Fresh on 4K: ’10 CLOVERFIELD LANE’ – a locked-room thriller with the looks to kill


Connor Bynum // Film Critic


Rated PG-13, 103 minutes.
Director: Dan Trachtenberg
Cast: Mary Elizabeth WinsteadJohn Gallagher Jr. and John Goodman
Available today on 4K Ultra HD.

Coinciding with the ten-year anniversary of 2008’s CLOVERFIELD (our 4K review), its loosely connected successor, 10 CLOVERFIELD LANE, also makes its way onto 4K UHD Blu-ray. Rather than being another found footage movie, 10 CLOVERFIELD LANE has its own unique film format for the better.

Movie Grade: B+

Apart from being such a massive shift in style from its predecessor, 10 CLOVERFIELD LANE may not necessarily be a sequel. Apparently taking place around seven years after the events of the first film, one would think that being skeptical at the idea of an alien invasion would be thing of the past if these two stories were in fact related.

The story focuses on a young woman named Michelle (Mary Elizabeth Winstead) who wakes up in a mysterious bunker owned by an even more mysterious man named Howard (John Goodman). Howard claims she was in a car accident and he saved her moments before the country was attacked by… something. With the air contaminated in the outside world, Howard says they must remain underground until it’s safe. Michelle must then decide whether or not Howard is telling the truth or if there was even an attack at all. What follows is a gripping thriller that will keep you guessing right to the end.

Dan Trachtenberg, center, talking with actors John Goodman, right, and Mary Elizabeth Winstead on the set of ’10 CLOVERFIELD LANE.’ Courtesy Photo.

Video/ Audio Grade: B+

Upscaled from a 2K digital intermediate, 10 CLOVERFIELD LANE still looks very good in 4K. Finer details like textures on the walls of the bunker and the hairs in Howard’s beard benefit nicely from the added resolution. Stitching in Michelle’s clothing and the shine of her plastic hazmat suit also stand out. The computer-generated effects in the final act are mostly well done, but are somewhat muddled in the darker shots.

The Dolby Vision HDR is a very nice addition as well. Taking place almost entirely in one location, the added color depth helps to keep the scenes from blending together. Michelle’s room has a warmer pink tone on its walls, the living room has a mostly desaturated blue tone, and Howard’s room is a warmer muted brown.

The Dolby Atmos audio track is exceptional. The deep rumblings of the world above the bunker mixed with Bear McCreary’s pulse-pounding score create a wonderful sense of tension while other scenes of pin dropping silence are equally suspenseful.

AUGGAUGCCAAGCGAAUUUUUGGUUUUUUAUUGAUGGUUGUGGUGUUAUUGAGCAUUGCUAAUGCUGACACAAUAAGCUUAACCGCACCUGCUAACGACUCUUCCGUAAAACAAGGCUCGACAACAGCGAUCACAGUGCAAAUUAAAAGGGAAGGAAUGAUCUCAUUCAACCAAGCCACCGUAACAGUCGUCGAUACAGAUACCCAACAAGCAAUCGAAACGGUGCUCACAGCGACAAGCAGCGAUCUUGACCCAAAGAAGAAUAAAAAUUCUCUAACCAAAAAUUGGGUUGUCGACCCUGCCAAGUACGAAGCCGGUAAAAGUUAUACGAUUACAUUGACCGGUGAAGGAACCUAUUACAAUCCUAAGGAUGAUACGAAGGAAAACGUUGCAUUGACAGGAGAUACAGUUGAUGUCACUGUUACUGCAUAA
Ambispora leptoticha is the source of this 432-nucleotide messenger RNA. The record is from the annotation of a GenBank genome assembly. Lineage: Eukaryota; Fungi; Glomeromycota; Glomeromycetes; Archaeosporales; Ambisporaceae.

Extras Grade: B

As usual, there are no new extras for this release and they are all found on the included standard Blu-ray disc.

  • Commentary by director Dan Trachtenberg and producer J.J. Abrams
  • Cloverfield Too (9:10, HD)
  • Bunker Mentality (3:50, HD)
  • Duck and Cover (1:40, HD)
  • Spin-Off (3:50, HD)
  • Kelvin Optical (6:10, HD)
  • Fine Tuned (6:40, HD)
  • End of Story (3:20, HD)

Final Grade: B+

10 CLOVERFIELD LANE, frankly, makes much more sense as an addition to the 4K UHD library than its found-footage older cousin, as its increased resolution and color depth don’t distract from the authenticity of the story. While not a native 4K release, this film certainly gets the job done.

About author

Preston Barta

Hello, there! My name is Preston Barta, and I am the features editor of Fresh Fiction and senior film critic at the Denton Record-Chronicle. My cinematic love story began where I was born: off planet on the isolated desert world of the Jakku system. It's there I passed the time scavenging for loose parts with my good friend Rey. One day I found an old film projector and a dusty reel of the 1975 film JAWS. It rocked my world so much that I left my kinfolk in the rearview (I so miss their morning cups of green milk) to pursue my dreams of writing about film. It wasn't long until I met two gents who said they would give me a lift. I can't recall their names, but one was an older man who liked to point a lot and the other was a tall, hairy fella. They got me as far as one of Jupiter's moons where we crossed paths with the U.S.S. Enterprise. Some pointy-eared bastard said I was clear to come aboard. He saw that I was clutching my beloved shark movie and invited me to the "moving pictures room" where he was screening the 1993 film JURASSIC PARK to his crew. He said my life would be much more prosperous if I were familiar with more work by the god named Steven Spielberg. From there, my love for cinema blossomed. Once we reached planet Earth, everything changed. I found the small town of Denton, TX, and was welcomed into the Barta family. They showed me the writings of local film critic Boo Allen. He became my hero and caused me to chase a degree in film and journalism. After my studies at graduate of the Hogwarts School of Witchcraft and Wizardry, I met some film critics who showed me the ropes and got me into my first press screening: 2011's THE GREEN LANTERN. Don't worry; I recovered just fine. MAD MAX: FURY ROAD was only four years away.